This script won't be without its revisions, but I don't think that it will require as much reworking as I'd been imagining it would. There are a couple of places I've highlighted where I know that there is real reworking needed, though.  

I also have slightly modified my Excel tracker to include color-coding so that I could more easily see at a glance which pages got done on which day. 


Day 4 (5/13/18)
Pages: 30/60

After allowing myself to sleep in until 7 this morning (woo!) I hit the halfway mark on this first draft. I wrote #2: 15, 16 ,17, 18, 19, 20 ; #3: 1 in about an hour. 

I wrote the page one of #3 first this morning because I knew I would be working on 15-20 of #2 and I wanted to sort of know where/what I was writing toward. The writing flew more quickly than usual because most of the pages were pretty light on dialogue after #2 15-16. I mentioned a couple of days ago that I won't be writing any of the narration during the first draft, and these largely action and reveal pages will have a decent amount of narration come the second draft. 

Update: I wrote three more pages this afternoon. They were each one-page flashbacks that don't have page numbers yet. I'm not sure where they'll be placed just yet--I'm still trying to figure out where they'll be the most impactful. Regardless, that brings the total page count to 33/60.


Day 5 (5/14/18)
Pages: 44/60

Today was a LONG morning of writing. I knocked out 9 more pages from #2 (2: 1, 2, 3, 5, 6, 8, 9, 10, 11), which puts me one page shy of closing out the first draft of this issue. More than likely, I'll come back later today and write that page because it feels wrong to leave just one page hanging like this. 

Part of what made today's session long was reworking my pages outline for this issue. I had planned to include 6 one-page flashback scenes, and while I knew the purpose and the beats of each scene, I didn't necessarily know where each would fit in the issue. So, I spent a decent amount of time figuring where they fit best (i.e. where they had the greatest impact, where there's was a good moment to playoff of, what seemed poetic, etc, etc).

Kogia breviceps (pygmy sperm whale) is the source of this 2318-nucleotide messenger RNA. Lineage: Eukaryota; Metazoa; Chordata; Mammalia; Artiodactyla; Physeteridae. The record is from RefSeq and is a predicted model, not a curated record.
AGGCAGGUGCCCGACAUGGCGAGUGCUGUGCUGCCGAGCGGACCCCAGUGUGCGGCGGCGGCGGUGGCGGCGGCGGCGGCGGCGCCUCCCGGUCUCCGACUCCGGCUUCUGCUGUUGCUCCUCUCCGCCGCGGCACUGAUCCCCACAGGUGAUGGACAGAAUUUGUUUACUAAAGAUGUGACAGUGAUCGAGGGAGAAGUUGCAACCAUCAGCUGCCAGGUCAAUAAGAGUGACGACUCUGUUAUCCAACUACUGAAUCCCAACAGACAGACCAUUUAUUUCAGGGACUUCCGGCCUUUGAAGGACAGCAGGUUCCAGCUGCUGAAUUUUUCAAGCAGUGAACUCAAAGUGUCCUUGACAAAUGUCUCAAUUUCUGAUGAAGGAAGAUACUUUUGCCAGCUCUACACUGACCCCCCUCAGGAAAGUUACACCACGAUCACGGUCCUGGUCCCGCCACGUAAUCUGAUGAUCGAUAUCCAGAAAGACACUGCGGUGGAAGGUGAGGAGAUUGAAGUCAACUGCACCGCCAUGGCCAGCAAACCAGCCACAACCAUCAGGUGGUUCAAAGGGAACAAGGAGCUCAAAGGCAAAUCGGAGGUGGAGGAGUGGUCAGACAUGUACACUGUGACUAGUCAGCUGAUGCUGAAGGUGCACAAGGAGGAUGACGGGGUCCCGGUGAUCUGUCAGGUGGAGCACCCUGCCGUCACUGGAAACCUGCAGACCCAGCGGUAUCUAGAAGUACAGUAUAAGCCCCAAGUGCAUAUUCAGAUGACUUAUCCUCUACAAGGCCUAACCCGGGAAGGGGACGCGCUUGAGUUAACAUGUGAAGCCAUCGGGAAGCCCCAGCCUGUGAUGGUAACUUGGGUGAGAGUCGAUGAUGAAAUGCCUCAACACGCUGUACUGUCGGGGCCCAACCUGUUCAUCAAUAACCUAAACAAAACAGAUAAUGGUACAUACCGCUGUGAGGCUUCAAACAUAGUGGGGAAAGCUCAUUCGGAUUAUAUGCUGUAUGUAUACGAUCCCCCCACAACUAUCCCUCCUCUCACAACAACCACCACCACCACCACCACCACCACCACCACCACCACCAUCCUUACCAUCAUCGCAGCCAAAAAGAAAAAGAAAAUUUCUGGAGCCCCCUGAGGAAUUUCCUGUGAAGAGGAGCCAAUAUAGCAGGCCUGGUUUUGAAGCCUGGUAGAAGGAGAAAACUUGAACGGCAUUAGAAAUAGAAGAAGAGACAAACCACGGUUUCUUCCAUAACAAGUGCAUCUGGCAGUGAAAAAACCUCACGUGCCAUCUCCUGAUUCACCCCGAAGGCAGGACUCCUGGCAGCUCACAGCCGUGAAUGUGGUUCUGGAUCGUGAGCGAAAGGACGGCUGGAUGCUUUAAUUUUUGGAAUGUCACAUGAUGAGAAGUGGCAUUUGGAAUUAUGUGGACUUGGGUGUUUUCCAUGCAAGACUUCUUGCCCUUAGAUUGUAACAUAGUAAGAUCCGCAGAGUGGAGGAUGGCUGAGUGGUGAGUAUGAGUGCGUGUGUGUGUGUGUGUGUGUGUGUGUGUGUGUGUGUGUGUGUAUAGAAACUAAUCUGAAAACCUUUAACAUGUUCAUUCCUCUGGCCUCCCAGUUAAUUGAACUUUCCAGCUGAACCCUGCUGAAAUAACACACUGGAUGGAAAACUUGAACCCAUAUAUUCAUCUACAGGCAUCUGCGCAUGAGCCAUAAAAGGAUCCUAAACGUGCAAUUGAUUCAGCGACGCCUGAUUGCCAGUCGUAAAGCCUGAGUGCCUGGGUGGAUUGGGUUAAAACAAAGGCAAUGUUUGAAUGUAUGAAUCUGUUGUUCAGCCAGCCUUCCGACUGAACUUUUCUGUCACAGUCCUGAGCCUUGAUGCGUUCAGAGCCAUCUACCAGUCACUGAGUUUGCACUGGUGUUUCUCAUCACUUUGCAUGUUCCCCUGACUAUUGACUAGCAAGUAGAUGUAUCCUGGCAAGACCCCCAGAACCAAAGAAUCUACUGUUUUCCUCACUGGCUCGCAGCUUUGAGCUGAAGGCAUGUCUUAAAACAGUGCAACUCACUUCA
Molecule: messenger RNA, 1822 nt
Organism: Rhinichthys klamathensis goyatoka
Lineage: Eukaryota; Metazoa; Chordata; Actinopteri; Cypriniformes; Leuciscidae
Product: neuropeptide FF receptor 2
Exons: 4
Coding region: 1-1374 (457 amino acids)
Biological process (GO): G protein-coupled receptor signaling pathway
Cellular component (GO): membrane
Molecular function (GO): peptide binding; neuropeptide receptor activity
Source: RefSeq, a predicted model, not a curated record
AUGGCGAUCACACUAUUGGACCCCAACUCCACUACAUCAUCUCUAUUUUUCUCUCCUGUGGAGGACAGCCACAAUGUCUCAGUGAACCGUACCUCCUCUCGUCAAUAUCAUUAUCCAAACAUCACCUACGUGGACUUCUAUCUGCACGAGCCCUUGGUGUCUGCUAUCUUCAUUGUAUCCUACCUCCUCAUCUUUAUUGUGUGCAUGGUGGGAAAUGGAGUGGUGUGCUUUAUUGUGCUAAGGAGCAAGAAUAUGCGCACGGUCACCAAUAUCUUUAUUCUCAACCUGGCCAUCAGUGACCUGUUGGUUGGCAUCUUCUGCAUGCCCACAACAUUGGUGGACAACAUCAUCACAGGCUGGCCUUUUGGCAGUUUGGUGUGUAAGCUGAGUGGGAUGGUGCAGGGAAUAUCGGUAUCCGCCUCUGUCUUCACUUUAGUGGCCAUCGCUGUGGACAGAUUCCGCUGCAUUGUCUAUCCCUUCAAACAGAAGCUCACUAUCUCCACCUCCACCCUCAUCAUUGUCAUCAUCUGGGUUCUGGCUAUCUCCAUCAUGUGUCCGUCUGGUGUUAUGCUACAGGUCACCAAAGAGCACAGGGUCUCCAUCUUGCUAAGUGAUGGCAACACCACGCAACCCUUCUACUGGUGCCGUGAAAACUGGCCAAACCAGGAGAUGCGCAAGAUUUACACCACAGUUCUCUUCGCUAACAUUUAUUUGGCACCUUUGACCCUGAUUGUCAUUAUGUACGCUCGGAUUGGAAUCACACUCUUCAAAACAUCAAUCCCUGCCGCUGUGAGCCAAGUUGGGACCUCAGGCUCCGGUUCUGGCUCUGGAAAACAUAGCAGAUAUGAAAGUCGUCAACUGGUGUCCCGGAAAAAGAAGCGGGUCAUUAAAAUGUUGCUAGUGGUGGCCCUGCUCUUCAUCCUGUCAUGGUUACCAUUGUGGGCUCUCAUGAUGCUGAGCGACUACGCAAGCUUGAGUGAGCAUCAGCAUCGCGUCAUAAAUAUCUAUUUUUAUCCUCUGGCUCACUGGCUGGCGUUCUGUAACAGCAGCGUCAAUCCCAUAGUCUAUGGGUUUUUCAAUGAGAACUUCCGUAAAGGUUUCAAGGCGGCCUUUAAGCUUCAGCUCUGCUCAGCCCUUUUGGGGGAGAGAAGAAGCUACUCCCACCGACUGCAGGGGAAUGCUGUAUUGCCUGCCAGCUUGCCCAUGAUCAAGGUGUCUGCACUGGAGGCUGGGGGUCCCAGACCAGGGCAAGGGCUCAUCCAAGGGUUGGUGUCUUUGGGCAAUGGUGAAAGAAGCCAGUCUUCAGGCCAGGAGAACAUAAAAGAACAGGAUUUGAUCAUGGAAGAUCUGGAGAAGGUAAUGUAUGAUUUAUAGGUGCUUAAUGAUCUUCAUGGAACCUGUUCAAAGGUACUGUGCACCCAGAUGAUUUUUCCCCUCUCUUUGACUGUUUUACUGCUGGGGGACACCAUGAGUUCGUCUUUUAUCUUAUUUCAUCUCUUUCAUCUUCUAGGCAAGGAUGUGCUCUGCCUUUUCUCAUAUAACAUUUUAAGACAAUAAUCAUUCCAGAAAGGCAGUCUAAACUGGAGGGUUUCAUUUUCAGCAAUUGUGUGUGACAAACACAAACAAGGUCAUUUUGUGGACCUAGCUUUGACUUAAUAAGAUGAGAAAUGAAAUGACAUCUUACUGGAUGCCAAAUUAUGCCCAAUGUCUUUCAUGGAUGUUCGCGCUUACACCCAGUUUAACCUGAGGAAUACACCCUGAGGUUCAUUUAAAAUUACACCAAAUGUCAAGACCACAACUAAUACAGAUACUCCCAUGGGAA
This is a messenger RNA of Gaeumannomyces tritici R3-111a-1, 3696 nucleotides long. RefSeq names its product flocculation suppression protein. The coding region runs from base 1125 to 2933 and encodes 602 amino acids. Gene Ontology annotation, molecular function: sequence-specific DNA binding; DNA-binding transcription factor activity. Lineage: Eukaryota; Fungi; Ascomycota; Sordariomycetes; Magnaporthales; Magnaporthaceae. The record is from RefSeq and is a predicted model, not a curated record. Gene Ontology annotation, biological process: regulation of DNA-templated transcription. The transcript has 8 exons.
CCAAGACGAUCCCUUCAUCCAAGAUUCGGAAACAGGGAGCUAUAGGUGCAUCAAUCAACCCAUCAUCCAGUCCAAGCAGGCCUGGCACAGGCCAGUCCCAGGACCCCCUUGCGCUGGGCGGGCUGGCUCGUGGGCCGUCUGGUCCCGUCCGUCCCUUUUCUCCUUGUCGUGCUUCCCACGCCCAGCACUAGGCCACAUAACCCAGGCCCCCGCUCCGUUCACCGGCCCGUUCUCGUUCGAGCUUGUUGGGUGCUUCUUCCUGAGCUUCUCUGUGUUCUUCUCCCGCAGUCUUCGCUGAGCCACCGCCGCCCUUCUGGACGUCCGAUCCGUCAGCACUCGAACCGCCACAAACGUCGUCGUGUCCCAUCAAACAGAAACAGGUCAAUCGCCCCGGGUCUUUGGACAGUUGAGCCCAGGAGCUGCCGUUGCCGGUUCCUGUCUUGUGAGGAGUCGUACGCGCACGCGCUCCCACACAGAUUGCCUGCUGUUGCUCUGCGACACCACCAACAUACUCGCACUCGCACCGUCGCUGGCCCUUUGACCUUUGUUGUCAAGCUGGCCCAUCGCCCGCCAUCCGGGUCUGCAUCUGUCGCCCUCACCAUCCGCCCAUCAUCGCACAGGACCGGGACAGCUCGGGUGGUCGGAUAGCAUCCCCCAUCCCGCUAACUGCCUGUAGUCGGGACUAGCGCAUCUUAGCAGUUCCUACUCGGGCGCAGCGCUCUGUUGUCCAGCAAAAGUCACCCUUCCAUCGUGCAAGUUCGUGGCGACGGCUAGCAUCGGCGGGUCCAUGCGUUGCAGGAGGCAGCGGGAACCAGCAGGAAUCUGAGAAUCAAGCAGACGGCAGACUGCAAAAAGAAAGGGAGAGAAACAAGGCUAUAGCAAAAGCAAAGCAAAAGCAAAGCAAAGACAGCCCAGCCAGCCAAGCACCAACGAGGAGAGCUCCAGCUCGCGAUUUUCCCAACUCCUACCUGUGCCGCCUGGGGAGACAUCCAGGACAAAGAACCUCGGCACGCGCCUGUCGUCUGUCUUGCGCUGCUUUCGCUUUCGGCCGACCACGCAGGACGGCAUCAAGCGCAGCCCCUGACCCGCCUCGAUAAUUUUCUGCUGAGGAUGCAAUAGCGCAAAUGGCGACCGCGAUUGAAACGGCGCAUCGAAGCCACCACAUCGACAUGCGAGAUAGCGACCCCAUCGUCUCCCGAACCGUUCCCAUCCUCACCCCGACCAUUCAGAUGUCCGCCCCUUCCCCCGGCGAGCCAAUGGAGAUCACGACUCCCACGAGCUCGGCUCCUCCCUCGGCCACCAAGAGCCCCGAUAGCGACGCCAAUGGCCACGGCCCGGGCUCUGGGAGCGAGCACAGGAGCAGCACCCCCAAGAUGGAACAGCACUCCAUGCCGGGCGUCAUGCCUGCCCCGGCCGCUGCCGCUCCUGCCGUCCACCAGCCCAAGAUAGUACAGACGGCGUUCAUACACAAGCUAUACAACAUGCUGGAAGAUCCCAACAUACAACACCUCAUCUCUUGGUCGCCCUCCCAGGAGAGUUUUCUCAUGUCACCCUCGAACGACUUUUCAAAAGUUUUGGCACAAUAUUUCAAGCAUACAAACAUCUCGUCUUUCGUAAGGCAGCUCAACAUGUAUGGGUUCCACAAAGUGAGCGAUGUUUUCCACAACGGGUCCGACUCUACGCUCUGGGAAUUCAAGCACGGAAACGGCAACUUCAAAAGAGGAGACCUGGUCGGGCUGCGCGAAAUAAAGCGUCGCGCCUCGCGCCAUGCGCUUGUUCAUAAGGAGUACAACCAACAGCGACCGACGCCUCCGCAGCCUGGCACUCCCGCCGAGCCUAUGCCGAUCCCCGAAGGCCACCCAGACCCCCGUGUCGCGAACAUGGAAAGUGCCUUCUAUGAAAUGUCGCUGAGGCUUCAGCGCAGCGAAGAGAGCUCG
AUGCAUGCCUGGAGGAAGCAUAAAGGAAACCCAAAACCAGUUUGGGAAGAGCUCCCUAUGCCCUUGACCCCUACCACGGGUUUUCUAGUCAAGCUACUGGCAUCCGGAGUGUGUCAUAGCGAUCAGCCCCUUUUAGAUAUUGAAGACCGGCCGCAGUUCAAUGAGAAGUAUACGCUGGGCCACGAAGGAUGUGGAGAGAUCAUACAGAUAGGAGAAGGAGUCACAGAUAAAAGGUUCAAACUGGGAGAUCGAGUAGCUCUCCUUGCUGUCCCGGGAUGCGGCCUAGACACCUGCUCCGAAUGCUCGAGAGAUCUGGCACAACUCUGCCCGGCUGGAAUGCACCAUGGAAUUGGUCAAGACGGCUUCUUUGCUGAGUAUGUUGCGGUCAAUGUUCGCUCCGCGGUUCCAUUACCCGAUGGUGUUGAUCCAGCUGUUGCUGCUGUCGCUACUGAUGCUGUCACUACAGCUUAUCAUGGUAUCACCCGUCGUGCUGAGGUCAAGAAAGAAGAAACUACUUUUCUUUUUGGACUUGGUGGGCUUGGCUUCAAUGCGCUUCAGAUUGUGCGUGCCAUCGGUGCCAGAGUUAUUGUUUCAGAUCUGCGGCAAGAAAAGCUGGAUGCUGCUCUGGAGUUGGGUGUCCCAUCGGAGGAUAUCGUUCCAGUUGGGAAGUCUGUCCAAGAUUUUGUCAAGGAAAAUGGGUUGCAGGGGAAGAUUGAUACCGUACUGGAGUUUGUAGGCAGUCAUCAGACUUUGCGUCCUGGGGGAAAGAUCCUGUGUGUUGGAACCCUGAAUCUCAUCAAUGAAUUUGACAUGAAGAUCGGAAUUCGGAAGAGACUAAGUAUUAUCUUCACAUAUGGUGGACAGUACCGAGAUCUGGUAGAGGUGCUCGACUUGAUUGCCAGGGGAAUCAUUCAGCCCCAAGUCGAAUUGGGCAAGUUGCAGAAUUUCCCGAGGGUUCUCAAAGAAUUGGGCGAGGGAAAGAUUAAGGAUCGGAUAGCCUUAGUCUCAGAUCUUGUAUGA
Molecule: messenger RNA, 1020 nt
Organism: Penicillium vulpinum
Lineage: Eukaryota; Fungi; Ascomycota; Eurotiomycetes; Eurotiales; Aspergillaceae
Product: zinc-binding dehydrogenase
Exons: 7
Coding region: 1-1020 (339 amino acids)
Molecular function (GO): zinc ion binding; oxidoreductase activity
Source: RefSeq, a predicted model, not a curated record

Once that was done, I went on a little bit of a tear for about 7 pages, which was nice. Then, I slowed down about writing two of the harder-to-write flashback scenes. So, it was a bit of an up-and-down writing day, but a very productive one nonetheless. 


Day 6 (5/15/18)
Page Count: 50/60

I never ended up going back to finish off that final page of issue 2 yesterday, so I started there this morning. 

After that, I spent about an hour re-working my outline for issue 3. It was tough to try an fit all of the beats I want to into just 20 pages, but I think I cracked it. Once that outline was ready, I knocked out the pages 2, 3, 4, 5, 6. 

It was a busy morning outside of writing, but in total, I hit 6 pages. I had wanted to do more, but I reminded myself that it was a marathon and not a sprint and just because I am ahead of schedule that doesn't mean I need to rush. 


Day 7 (5/16/18)
Page Count: 60/60

Boom. It's done. 


This morning, I knocked out the last 10 pages of issue 3 and rounded out the first draft. And reading over all 60 pages, I'm pretty happy with what I've got. There are definitely some specific pages I know I want to revise and there's stuff that I'm holding off on tackling until I pick this back up for the second draft in two weeks, but all and all I'd say this is a solid, solid start. 


I think it's also worth noting that I finished 5 days ahead of schedule. Part of what I wanted to do with this exercise was test myself. I wanted to know if I could have the discipline to handle a freelance pace. And I feel pretty good about that right now. Looking back, I wish I'd kept track of hours so I had a little more data and could see which days/page took me long. It'd be nice to know if there's a particular kind of scene that I struggle more with, but there's always next time. 

My plan is to take a couple of weeks away from this story and come back to it with fresh eyes and a fresh mind. In the meantime, I'm going to proof all 60 pages tomorrow and then share it around with a few people for some feedback.

When I do come back, I think I'll make it a point to tackle the first round of revision in a sitting for each issue (i.e. Wed #1, Thurs #2, Fri #3). And for the second round of revisions, I think I'll take a day and marathon edits and revisions for the whole series. 

In the meantime, I am going to get started working on a one-shot I've been sitting on. I want to stay sharp while I gear up for the revisions on DEK.